How easy is it to break a spey rod?

Discussion in 'Spey Clave' started by ChrisC, Mar 15, 2004.

  1. ChrisC

    ChrisC Active Member

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    Wanted to know from the board's experience if spey rods are inherently easier to break and what are the things that cause breakage. I have two, one that I have fished over the past six months w/o any problems. Yet when I took out another rod out (new) last week, the tip section snapped after only about a half hour of casting. My guess it that the line might of hit it wrong due to an errant cast. Any other guesses/other factors?

    Thanks.
     
  2. Old Man

    Old Man Just an Old Man

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    You need Mattzoid to answer this question. I have seen him break two Spey rods in a short time and both were Yellow Loops. He told me that the reason they broke is that he is a power caster. The first one broke in two places the tip and butt and the second one on the tip. But that man can really send a spey line flying.

    Jim
     
  3. Matt Burke

    Matt Burke Active Member

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    You know, I haven't discussed this issue in an open forum to often because it is embarrassing. Although, I have been assured by my pears that it does happen to the best of us. It is kind of like admitting I have to take Viagra, just to keep from filling up the bib pocket of my waders when I pee on the river.

    I tried to get some grief counseling for the trauma those broken rods cost me, but my insurance wouldn't pay for it. But here it goes;

    Hi, I'm Matt and I am a Spey rod abuser. My first time abusing a Spey rod, occurred while overhead casting with my 14' yellow line. I was only using a 400 grain head, but I do power it through the cast. It broke just above the handle and it whip lashed up to the top and snapped 3 inches off the tip. It made the loudest crack I have ever heard on the river, which echoed off of everything. I can still see the broken rod pieces floating before me in a heap of line. Now that rod is rated at a hell of a lot higher grain weight and everyone told me, it must be a defect. But I couldn't believe it. I blamed myself. Then my 12' yellow line snapped at the tip while struggling with a frickin' humpy.

    Later, I was actually shown where there was a thin portion of the blank wall where it broke. Nicks from flies hitting the rod can cause disaster. There are a lot of factors involved in breaking a rod that may have nothing to do with the caster. Glass/carbon composites are very brittle and it really doesn't take much to destroy the integrity of the rod. Most dealers that have been around for a while can look at the break and tell you what went wrong. Aaron, at River Run, has worked with blanks more than most of us have gone through rolls of toilet paper, unless you are from Forks. Have a couple people look at the break before you send it off for repair. Whatever you do, get back up on that damn horse and ride it.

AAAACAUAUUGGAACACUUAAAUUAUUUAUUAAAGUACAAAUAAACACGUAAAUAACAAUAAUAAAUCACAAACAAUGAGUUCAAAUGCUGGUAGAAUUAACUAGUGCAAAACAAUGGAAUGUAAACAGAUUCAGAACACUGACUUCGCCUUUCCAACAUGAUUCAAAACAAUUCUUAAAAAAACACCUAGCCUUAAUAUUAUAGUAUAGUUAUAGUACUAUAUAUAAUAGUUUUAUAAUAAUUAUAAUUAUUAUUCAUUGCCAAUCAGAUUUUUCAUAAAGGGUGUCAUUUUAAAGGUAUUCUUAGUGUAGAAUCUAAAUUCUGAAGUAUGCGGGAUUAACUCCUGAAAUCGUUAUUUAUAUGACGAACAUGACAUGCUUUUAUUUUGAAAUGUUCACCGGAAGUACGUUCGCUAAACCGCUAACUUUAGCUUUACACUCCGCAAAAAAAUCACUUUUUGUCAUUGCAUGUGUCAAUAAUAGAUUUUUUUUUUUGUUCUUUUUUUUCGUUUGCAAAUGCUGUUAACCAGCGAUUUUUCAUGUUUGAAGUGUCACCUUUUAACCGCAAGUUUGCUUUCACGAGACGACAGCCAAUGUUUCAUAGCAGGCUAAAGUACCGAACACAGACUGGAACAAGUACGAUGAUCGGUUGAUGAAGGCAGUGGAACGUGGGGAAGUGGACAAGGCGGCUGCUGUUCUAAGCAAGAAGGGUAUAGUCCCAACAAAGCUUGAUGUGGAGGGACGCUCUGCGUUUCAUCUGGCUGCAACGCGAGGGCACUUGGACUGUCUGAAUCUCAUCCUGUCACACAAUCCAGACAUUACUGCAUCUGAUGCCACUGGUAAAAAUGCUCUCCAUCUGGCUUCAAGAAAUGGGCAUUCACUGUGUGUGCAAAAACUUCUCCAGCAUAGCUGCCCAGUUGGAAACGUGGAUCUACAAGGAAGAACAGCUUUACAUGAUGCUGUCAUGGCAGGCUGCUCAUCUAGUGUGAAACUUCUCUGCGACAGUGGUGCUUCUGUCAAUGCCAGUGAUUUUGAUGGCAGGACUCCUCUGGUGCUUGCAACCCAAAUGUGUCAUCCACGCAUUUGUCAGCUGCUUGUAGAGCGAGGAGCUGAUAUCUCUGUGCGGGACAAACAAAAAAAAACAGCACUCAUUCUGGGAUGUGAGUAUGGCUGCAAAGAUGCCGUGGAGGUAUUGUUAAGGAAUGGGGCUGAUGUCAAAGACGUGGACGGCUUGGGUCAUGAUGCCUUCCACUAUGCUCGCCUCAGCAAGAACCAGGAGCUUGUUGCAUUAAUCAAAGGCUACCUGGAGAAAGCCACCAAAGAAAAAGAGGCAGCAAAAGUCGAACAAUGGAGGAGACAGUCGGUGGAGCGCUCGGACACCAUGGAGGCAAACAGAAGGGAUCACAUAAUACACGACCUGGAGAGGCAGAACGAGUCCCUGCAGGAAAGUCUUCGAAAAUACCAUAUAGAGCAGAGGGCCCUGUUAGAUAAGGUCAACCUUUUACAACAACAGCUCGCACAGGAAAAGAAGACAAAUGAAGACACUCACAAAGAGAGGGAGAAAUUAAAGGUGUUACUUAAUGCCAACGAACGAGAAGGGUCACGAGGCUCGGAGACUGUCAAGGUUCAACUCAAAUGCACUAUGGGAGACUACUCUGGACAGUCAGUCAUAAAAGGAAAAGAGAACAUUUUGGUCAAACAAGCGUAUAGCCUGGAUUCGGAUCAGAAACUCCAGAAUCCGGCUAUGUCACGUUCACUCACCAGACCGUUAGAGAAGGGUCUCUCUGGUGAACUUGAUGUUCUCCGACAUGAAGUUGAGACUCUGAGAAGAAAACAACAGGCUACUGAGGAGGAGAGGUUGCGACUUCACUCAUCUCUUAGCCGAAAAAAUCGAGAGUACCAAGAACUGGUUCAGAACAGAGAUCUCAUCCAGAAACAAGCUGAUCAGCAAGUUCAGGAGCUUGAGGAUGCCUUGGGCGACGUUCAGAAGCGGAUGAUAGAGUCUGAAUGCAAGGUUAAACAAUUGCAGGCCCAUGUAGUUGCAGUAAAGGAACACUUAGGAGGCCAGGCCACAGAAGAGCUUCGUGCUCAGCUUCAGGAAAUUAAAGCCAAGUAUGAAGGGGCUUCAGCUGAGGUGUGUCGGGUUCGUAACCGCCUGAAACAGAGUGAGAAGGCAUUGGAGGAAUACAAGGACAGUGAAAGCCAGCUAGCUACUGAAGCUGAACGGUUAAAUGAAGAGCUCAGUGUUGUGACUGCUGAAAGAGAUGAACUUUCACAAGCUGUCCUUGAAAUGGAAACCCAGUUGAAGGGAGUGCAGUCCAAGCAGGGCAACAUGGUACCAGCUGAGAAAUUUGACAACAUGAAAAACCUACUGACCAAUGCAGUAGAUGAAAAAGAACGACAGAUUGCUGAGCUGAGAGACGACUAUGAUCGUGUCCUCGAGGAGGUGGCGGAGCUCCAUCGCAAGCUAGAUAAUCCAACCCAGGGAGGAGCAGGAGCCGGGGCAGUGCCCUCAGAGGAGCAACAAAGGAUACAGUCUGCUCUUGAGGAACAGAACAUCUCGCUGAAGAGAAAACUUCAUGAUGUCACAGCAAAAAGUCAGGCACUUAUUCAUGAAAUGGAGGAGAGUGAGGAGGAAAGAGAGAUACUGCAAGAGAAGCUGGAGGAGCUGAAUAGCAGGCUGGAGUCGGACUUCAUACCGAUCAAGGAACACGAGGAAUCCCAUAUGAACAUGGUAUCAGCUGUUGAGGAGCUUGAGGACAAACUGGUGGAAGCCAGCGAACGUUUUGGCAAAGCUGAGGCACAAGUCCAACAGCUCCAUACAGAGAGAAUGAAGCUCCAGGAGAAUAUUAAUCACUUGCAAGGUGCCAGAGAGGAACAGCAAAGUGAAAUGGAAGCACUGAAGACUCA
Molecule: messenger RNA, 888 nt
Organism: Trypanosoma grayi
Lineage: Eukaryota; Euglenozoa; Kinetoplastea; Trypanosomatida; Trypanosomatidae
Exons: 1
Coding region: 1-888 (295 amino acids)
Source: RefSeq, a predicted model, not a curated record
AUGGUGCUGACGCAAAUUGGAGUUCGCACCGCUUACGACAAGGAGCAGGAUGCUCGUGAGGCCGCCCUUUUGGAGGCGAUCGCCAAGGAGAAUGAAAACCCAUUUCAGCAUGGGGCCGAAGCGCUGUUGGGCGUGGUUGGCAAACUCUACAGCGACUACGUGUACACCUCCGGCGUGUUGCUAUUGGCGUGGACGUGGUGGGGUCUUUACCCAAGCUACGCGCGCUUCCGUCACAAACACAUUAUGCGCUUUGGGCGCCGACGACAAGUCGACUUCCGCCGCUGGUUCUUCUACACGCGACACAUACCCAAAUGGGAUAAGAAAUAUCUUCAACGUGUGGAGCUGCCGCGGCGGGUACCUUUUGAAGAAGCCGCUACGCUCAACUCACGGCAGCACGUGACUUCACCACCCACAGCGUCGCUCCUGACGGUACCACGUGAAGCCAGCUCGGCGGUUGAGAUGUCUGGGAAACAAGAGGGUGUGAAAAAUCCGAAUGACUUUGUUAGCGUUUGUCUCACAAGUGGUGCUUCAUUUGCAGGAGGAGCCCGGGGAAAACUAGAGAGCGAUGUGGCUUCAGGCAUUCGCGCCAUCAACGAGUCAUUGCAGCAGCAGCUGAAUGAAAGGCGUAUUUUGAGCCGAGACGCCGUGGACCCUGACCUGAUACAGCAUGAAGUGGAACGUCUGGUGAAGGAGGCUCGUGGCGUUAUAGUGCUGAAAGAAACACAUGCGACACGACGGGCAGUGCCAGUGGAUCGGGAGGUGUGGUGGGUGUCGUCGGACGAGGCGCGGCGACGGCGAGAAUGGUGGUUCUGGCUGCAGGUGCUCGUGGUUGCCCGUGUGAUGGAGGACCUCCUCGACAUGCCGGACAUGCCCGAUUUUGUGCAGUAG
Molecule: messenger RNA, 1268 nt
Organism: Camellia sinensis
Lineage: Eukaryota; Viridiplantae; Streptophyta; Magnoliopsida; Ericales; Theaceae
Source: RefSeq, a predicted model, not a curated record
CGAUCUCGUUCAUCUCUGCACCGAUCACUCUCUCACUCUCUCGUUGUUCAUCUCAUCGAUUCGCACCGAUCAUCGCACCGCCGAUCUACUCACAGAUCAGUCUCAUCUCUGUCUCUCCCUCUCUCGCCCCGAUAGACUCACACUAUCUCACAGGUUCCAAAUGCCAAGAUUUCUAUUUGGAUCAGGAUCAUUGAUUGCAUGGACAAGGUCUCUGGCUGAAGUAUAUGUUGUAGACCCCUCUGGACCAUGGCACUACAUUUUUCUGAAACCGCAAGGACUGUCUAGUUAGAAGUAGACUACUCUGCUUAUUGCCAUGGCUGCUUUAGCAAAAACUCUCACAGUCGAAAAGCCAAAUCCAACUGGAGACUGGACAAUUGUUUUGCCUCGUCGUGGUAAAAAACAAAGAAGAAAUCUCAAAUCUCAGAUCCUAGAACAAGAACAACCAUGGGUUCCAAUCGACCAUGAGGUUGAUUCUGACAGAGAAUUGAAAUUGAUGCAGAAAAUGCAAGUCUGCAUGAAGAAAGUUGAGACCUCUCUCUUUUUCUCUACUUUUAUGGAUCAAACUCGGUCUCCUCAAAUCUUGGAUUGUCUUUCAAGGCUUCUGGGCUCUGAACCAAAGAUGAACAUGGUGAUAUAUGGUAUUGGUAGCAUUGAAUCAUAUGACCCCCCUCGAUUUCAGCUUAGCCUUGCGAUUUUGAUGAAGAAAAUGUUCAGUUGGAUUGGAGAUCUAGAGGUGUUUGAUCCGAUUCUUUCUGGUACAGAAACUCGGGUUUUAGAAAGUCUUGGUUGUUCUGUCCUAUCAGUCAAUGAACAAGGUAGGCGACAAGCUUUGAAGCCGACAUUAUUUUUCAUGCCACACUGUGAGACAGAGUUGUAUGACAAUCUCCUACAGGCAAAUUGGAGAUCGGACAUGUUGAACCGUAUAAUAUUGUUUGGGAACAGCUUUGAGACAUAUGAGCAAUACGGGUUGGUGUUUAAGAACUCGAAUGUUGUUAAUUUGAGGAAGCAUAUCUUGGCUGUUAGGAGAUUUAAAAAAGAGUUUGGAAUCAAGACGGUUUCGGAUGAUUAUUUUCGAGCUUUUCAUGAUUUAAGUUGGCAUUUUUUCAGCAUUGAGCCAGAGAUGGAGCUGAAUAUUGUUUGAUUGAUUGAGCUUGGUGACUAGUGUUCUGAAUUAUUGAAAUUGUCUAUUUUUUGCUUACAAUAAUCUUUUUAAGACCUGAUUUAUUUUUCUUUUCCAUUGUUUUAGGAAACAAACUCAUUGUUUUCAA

For overhead casting, I do use a rod now specifically designed for it. A Talon Midgar 13' 9/10 wt of Scandihoovian design. Loop rods do make great traditional Spey casting rods, but they were designed by Goran Anderson for his underhand cast. I just don't think they were designed to overhead 400 grains, 130 feet. I guess one has to be realistic about ones expectations vs. abilities of the rod. Is there an answer? Hell, I don't know. Just keep fishing and you will figure it out. But I feel for you brother. Acceptance is the first step to recovery.

    Matt Burke
     
  4. headstrong1

    headstrong1 youngish old guy

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    I also snapped one in the grip section. Seems like if the line isn't the best possible match for the rod, or maybe even if it is, bad or sloppy casts can lead to loading the rod in a way it isn't designed to handle. Just a theory. I am sloppy, and may have nicked the rod with my fly, which doesn't help either. If I don't force myself to relax I use way too much force. Once in a while there is that effortless cast which is so different from all the others. But I digress.
     
  5. Nooksack Mac

    Nooksack Mac Active Member

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    Most modern fly rods are thin-walled hollow tubes made of brittle material. Once dinged, as by a misscast heavy fly, they may well be as doomed to disaster as the latest Space Shuttle.
    Spey rods in particular are subject to additional stresses, because spey casts are change-of-direction casts, wherein the torque vectors twist the rod mid-cast. (Say! That sounded like I actually knew what I was talking about.:professor ) Spey casters frequently tape the joints using common electrical tape. Just make a spiral wrap from about an inch above to an inch below the joint. When not in use, park the tape on the rod; you can reuse a piece at least six times. Taping takes just a few seconds per joint.
     
  6. Roper

    Roper Idiot Savant

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    Keep coming back, it works!


    Roper,

    Good things come to those who admit they are powerless over spey rods, that their live have become unmanageable...
     
  7. BOBLAWLESS

    BOBLAWLESS New Member

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    Hi. I'm Bob and I try to cast too far. (Very low, very quiet, Hello, Bob). What I hate about AA is the smoke. Sure they don't drink but, man, do they smoke or what? And then someone gets up and begins to jack off about how he was chased dead drunk by the sheriff and how much fun it all was. Don't need it.